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UFC fighter Kevin Holland says he used rear-naked choke to subdue Houston restaurant shooter

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UFC's Holland says he used MMA move to subdue gunman (1:54)

UFC fighter Kevin Holland details how he subdued a gunman at a Houston restaurant. (1:54)

UFC fighter Kevin Holland says he helped apprehend a man who shot a gun off at a Houston restaurant Monday night.

Holland told ESPN on Tuesday that he was eating sushi with his friend, Patrick Robinson, when he heard a loud bang and saw people running away in fear. Holland said he and Robinson saw another man try to wrestle the gun away from the shooter, so Holland and Robinson approached to help disarm the man and detain him until police arrived.

"I wouldn't tell the next person to do it unless they're seriously trained for that type of situation," Holland said. "Besides doing cage fighting, I train self-defense first and foremost. For me, that was the best way to defend myself at the moment. Plus, I like Batman."

A Houston Police Department spokesman told ESPN that it is against policy to release the names of witnesses, so police could not confirm Holland's involvement. But Holland's account lines up with what the police have described.

According to a Houston PD spokesman, the suspect fired a gun into the air at the restaurant inside the Highland Village shopping center at around 11:30 p.m. Monday. After the shot went off, the person sitting next to the gunman in the restaurant grabbed his hand, pointed the gun away and attempted to subdue him as officers were en route.

The suspected gunman has been identified as 24-year-old Jesus Samaniego, according to police. He faces charges of deadly conduct and unlawfully carrying a weapon

Holland said he didn't know a shot had been fired until he saw people running away.

"I was facing one way and then we he heard a big, loud bang," Holland said. "I thought it was a champagne bottle popping, because the people behind us were having a birthday party. I go to look around and I see people running like they had the look of death on [their] face, like super worried."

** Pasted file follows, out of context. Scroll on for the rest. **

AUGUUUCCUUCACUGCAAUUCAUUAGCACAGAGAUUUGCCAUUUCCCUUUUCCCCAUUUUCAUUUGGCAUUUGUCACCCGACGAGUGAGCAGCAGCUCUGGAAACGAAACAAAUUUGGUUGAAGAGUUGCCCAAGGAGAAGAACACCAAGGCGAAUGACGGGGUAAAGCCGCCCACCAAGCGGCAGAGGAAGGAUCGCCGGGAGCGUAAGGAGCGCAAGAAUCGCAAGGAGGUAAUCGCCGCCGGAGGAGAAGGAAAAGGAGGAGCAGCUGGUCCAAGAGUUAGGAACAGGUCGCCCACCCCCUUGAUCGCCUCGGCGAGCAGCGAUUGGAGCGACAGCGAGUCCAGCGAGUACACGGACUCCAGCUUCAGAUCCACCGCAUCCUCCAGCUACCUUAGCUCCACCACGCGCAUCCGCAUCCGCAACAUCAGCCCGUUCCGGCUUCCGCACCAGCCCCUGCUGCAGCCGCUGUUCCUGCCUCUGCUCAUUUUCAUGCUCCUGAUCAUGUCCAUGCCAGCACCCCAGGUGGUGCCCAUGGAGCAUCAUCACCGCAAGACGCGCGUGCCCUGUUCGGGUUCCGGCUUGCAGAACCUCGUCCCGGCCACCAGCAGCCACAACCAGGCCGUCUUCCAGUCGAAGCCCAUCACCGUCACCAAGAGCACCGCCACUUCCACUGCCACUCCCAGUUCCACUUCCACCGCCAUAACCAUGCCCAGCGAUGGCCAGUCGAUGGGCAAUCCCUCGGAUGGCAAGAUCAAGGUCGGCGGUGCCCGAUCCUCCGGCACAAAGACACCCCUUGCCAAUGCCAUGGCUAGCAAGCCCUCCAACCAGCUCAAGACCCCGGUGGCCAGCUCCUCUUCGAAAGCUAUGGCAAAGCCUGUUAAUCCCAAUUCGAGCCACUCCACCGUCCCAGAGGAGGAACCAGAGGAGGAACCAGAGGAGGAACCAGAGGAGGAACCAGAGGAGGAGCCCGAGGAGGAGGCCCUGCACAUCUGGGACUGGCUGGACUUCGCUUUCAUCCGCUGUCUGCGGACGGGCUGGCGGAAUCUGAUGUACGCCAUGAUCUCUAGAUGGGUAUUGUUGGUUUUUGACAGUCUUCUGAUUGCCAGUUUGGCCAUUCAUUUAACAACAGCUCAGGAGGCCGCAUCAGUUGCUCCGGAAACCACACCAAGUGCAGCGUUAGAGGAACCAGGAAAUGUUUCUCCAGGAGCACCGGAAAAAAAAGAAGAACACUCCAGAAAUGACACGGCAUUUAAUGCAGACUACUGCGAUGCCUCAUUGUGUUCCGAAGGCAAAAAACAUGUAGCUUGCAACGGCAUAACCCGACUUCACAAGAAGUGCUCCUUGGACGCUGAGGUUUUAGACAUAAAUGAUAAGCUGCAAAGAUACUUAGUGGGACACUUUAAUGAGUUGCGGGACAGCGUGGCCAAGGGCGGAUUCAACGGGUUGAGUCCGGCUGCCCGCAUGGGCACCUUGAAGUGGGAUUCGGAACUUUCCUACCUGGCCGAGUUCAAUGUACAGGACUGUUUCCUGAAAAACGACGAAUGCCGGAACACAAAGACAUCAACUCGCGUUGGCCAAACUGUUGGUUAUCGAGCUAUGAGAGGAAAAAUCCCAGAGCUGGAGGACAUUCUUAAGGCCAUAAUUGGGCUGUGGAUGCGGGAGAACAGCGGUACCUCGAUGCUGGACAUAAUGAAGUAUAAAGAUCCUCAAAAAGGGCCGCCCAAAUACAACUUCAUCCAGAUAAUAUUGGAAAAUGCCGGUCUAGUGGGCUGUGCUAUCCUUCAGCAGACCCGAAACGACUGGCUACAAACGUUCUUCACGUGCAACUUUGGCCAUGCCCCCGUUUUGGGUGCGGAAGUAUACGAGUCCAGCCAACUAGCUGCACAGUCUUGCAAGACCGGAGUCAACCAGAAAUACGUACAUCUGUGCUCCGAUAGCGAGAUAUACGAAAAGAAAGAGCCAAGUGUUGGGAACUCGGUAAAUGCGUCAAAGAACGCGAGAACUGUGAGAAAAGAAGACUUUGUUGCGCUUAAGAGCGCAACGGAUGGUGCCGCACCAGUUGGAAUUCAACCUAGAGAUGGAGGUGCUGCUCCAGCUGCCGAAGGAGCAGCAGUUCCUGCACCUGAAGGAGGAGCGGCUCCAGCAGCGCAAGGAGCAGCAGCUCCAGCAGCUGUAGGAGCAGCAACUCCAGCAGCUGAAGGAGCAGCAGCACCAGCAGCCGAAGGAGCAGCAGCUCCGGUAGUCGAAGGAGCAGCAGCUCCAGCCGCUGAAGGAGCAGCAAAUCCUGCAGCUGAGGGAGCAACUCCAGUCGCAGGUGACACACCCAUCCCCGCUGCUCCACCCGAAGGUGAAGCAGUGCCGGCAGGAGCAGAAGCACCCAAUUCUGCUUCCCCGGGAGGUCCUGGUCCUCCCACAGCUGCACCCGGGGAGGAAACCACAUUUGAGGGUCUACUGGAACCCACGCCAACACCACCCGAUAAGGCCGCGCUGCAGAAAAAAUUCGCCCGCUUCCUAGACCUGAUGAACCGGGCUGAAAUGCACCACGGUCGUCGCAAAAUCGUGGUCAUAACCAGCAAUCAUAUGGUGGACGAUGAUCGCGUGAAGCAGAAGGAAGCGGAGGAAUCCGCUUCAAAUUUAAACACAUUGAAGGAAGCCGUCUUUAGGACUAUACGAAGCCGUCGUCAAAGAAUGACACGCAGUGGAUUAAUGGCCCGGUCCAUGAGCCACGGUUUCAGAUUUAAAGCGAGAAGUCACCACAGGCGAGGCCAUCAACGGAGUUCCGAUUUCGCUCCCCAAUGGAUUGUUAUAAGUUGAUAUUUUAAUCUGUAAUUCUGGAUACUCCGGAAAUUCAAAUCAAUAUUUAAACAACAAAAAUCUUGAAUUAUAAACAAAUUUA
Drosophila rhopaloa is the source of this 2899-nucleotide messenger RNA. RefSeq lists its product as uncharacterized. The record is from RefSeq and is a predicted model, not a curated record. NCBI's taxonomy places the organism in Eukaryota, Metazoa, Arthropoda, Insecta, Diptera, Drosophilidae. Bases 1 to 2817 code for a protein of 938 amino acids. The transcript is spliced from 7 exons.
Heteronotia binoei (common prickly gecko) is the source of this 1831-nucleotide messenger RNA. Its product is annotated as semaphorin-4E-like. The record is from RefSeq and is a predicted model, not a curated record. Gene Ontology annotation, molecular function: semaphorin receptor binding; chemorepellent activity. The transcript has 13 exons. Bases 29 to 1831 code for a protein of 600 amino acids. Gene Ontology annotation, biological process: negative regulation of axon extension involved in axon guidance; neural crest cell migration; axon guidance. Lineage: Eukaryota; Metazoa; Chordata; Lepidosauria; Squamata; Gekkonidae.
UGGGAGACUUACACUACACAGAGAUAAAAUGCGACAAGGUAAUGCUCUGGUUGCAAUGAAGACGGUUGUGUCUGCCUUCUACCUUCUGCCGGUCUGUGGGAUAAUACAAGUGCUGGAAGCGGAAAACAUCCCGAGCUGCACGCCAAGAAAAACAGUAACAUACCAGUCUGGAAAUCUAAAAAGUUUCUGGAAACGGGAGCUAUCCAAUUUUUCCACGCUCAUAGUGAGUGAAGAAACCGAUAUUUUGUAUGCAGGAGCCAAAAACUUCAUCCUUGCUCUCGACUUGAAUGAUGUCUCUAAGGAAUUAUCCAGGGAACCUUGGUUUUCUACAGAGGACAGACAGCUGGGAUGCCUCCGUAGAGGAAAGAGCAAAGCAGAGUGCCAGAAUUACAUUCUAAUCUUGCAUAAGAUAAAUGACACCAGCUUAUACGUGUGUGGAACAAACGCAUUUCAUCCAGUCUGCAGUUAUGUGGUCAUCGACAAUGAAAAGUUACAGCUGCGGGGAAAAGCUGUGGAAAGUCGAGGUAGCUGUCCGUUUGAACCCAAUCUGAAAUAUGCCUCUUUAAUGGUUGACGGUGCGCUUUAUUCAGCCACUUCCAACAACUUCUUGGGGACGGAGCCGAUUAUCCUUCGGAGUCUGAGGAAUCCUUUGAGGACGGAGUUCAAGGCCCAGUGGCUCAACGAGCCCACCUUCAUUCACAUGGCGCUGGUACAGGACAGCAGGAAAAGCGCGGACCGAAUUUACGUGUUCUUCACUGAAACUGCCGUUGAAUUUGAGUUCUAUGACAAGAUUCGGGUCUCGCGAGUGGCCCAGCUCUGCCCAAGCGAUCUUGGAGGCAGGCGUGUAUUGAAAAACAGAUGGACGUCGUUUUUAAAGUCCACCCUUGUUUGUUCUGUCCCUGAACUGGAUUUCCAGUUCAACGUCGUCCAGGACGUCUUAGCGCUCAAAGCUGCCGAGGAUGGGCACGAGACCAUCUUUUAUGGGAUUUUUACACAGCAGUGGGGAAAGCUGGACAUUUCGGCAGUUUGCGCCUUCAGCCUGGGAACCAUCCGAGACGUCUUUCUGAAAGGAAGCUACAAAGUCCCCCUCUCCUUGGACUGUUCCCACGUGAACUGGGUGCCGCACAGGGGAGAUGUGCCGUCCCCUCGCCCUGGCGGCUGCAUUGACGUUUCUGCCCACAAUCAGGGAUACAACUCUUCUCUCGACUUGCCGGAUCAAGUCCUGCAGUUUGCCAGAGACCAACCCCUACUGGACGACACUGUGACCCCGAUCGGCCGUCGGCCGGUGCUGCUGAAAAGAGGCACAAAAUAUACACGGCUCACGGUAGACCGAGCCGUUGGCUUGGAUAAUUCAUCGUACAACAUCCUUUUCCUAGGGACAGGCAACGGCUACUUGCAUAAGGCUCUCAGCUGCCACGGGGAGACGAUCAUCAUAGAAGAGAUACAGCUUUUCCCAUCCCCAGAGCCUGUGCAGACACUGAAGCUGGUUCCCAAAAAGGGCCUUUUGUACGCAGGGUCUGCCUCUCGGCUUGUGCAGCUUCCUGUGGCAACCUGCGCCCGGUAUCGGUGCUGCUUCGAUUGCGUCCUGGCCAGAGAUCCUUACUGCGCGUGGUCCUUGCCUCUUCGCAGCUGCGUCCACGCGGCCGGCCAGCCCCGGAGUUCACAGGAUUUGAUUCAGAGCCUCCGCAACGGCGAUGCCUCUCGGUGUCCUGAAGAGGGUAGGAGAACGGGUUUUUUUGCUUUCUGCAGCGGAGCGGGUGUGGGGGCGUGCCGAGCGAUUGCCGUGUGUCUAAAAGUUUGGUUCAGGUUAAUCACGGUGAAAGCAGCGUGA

Holland said he and Robinson "got low" and ducked for cover, then looked in the direction of the shot. Holland said he saw the gunman and the man who grabbed his arm. The gun, at that point, was facing toward Holland, Robinson and other patrons, Holland said. Rather than run away, Holland said he and Robinson went around the other side. Holland said he picked up a chair to hit the gunman, but couldn't tell who the gunman was and who was the good Samaritan, because they were wrestling on the ground.

Holland noticed the man on the bottom of the skirmish was the one holding the gun. He said he and Robinson helped pry the gun out of his hand. Holland said he then took the man into his lap, wrapped his legs around his legs and put him in a rear-naked choke submission hold.

"As soon as he was [asleep], I let go of the choke, slid out on top, got full mount, stretched the arms out so he couldn't reach for anything," Holland said.

Holland said he and Robinson grabbed the man's backpack and tossed it to the side and made sure the gun was not within reach. The police arrived shortly after, he said.

"You see it on the news, or you see it on TV or the movies and stuff, but you never see it actually in life, and it is crazy that nobody got hurt," Robinson told ABC 13 in Houston.

Holland said growing up in a rough area of Riverside, California, he was always told that if an attacker has a knife, go away from the knife. If an attacker has a gun, go toward the gun. But he said he has been training in self-defense, kung fu and now MMA for most of his life, so he would not recommend most people take that approach.

"It seemed like the safer route to go to it instead of going away from it," Holland said.

Holland is no stranger to these types of situations. The Texas resident says he chased down his vehicle and helped detain a suspected robber last October, just two days after a UFC fight. Holland said he's not sure how these circumstances keep happening to him.

"I have no idea," he said. "I would like to end up in less situations, to be honest with you. I was just talking with my people about that not too long ago. I'm always into some B.S., you know what I mean?"

Holland, 29, is a popular UFC fighter who just made his welterweight debut by beating Alex Oliveira at UFC 272 on March 5 in Las Vegas. He has just two losses in his past nine fights and tied the record for most UFC wins (5) in a single calendar year in 2020.